One of the biggest decisions that needs to be made around income protection is what waiting period to choose. According to FMI’s 2019 claim stats, one of the key reasons why a lodged claim does not result in a payout is because of the waiting period selected. The fact that a claim is lodged in the first place points to the fact that many clients don’t understand their waiting periods or what a waiting period is. To be fair, customers can’t always be expected to read and understand the complex detail of their policy without the help of their adviser - even the term waiting period itself can mean different things on different insurance benefits.
Most clients understand their waiting period as it’s defined for medical aid benefits, where a waiting period typically refers to the period from the inception of cover where you cannot claim on that policy. But when it comes to life insurance, a waiting period is in fact the minimum period of consecutive days that you have to be unable to perform your occupation because an injury or illness before you can claim. So not only do policyholders need to know the waiting period that applies to their policy, they also need to understand how it is applied at claim stage. Unfortunately, this is often only realised when it comes time to claim, at which point it’s too late.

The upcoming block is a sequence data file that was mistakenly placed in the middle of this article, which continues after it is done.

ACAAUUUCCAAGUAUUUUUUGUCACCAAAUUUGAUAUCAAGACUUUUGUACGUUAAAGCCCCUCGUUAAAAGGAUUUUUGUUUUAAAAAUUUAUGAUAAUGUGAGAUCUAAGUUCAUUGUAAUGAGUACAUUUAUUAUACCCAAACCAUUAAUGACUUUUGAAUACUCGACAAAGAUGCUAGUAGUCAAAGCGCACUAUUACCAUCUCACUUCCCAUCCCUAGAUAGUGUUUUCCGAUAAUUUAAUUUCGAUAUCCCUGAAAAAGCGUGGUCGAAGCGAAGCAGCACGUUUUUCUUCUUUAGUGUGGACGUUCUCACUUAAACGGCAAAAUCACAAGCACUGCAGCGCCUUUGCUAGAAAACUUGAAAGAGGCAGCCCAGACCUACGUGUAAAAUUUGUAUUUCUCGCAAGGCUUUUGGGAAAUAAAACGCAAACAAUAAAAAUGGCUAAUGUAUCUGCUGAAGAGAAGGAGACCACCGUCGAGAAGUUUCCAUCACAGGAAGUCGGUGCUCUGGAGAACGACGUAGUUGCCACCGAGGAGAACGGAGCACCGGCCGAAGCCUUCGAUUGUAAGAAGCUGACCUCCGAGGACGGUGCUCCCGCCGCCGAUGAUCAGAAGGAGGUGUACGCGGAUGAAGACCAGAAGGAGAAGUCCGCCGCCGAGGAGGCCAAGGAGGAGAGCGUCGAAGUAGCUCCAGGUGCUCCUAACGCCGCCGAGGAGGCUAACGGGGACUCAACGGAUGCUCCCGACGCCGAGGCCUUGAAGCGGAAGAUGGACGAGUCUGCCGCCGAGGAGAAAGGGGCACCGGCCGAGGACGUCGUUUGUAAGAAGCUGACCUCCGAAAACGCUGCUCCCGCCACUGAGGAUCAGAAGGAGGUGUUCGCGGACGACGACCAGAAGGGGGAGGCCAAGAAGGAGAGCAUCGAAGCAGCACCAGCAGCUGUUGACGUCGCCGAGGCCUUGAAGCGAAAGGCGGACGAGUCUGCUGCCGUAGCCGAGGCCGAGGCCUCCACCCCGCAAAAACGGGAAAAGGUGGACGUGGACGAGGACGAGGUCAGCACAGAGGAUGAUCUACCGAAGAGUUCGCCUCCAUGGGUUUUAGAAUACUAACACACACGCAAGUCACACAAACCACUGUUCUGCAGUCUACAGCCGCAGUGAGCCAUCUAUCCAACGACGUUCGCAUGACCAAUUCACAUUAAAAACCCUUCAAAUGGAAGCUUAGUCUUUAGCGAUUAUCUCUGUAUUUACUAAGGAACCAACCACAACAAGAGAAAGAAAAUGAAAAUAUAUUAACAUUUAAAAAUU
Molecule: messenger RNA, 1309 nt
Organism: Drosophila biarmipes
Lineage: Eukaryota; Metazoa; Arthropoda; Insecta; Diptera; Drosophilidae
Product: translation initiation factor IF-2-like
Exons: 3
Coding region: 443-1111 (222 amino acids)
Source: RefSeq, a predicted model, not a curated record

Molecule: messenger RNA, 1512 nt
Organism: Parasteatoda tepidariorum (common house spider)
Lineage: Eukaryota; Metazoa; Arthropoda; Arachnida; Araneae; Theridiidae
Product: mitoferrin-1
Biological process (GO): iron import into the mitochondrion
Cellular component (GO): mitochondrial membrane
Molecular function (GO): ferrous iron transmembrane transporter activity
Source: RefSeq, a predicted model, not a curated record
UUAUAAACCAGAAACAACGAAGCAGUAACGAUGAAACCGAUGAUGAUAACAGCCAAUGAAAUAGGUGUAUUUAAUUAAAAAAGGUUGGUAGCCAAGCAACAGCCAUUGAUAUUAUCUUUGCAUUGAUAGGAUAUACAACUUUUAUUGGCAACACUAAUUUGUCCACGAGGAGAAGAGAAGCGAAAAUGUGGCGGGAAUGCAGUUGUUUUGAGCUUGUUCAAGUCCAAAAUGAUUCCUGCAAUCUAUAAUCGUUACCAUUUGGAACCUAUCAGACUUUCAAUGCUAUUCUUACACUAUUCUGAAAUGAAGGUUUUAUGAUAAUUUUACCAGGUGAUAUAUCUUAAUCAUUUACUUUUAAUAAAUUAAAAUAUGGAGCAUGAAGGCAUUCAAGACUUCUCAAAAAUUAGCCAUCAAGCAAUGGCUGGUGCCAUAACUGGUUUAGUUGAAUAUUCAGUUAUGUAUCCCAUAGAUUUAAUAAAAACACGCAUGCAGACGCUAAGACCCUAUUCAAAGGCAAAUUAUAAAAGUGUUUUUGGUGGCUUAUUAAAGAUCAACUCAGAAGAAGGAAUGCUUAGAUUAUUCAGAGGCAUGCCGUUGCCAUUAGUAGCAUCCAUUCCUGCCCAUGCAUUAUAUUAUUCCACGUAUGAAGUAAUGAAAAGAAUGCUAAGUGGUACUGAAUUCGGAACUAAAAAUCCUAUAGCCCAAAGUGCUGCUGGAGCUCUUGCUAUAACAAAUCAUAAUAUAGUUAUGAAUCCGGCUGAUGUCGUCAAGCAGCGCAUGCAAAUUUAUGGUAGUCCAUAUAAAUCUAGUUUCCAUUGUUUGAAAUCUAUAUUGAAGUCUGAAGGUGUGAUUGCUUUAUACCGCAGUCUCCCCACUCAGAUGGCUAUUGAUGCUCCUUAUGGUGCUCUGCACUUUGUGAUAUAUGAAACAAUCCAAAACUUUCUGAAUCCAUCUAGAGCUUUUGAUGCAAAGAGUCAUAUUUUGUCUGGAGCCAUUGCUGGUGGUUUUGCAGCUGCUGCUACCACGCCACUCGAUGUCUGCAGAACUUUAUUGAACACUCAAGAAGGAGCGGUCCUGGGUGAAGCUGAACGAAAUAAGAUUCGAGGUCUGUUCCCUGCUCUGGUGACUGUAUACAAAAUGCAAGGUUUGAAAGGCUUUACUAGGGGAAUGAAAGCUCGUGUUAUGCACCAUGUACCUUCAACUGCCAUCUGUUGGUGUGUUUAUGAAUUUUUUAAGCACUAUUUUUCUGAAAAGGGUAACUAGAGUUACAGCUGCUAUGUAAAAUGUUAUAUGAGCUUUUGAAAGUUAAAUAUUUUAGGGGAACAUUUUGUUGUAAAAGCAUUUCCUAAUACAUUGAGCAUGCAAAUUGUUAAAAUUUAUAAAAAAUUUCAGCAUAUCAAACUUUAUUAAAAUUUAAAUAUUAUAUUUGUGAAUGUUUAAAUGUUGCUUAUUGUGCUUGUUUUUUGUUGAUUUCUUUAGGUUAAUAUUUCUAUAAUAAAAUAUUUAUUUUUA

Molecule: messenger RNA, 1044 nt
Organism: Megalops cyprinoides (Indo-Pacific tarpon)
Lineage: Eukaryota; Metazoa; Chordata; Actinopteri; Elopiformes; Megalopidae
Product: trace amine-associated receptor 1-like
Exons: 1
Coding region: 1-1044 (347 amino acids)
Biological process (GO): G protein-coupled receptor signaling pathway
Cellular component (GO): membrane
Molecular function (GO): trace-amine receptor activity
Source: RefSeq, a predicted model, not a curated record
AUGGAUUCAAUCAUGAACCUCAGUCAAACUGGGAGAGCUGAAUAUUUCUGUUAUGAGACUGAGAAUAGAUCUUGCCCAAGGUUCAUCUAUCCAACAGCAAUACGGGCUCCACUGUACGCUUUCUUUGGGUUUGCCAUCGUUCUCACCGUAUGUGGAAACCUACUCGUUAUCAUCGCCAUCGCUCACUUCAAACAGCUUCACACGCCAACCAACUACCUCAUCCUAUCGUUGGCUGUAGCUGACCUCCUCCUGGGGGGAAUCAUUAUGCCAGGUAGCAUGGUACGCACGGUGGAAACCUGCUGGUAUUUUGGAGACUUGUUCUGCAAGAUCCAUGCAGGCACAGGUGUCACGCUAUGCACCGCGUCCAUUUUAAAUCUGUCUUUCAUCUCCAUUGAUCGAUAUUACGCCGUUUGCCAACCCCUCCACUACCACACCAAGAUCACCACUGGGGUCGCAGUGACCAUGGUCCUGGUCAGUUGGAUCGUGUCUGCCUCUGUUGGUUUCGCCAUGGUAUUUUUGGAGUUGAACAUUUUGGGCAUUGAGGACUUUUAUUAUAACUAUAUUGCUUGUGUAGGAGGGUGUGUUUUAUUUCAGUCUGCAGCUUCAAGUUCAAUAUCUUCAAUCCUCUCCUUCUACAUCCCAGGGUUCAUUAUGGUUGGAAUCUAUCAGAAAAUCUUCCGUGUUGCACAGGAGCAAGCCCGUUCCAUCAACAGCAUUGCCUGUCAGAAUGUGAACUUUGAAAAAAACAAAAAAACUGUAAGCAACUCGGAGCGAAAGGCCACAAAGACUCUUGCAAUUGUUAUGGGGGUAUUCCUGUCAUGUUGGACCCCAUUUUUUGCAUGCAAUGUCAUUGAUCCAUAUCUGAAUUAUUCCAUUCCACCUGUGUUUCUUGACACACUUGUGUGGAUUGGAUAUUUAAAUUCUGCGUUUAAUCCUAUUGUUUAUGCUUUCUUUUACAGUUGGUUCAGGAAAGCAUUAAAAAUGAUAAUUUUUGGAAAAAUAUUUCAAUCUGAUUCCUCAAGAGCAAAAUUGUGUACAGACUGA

While there are cases where a longer waiting period is the appropriate cover for a client’s needs, the implications of this choice need to be understood upfront. During 2019, nearly half of FMI’s claims lasted less than 30 days – yet 55% of our clients have chosen a waiting period of 30 days or longer.
To demonstrate the importance of this lesson, let’s unpack the story of FMI policyholder, Allan Swanepoel. He runs a farm growing herbs and is a major culinary supplier to large retailers nationwide. Over the years Allan has had to undergo several surgeries including a back fusion, two knee operations, a hip replacement and an ankle fusion. Allan was fortunate that he selected a 7-day waiting period. If he’d selected a 30-day waiting period, his 567 days in claim would have dropped to around 318. That’s why a waiting period is one of the most critical decisions your clients will make when choosing income protection and why it’s important to choose a policy with an insurer who can offer the shortest waiting period possible.
FMI is proud to offer a 7-day waiting period to self-employed individuals, listed salaried professionals and commission earners. Most insurers only offer a 30-day waiting period for salaried individuals classified as non-professional. The logic around this approach is that employed customers typically have 30 days’ sick leave available to them. This unfortunately assumes that a client hasn’t taken any sick leave, which is rarely the case. That’s why FMI has made a 14-day waiting period available for salaried individuals, which offers applicants who don’t qualify for a 7-day waiting period with a better option than a 30-day waiting period.
Affordability may also be an issue, especially given the times we’re living in today. Selecting a longer waiting period is more affordable, but it does mean you won’t be able to claim if the period you’re unable to work for is shorter than the waiting period itself. If affordability is an issue, FMI allows applicants to split their cover across different waiting periods, which enables them to take some level of cover on a shorter waiting period.
Taking the time to understand the basic details of your policy and your chosen waiting period upfront will mean a better outcome at claims stage.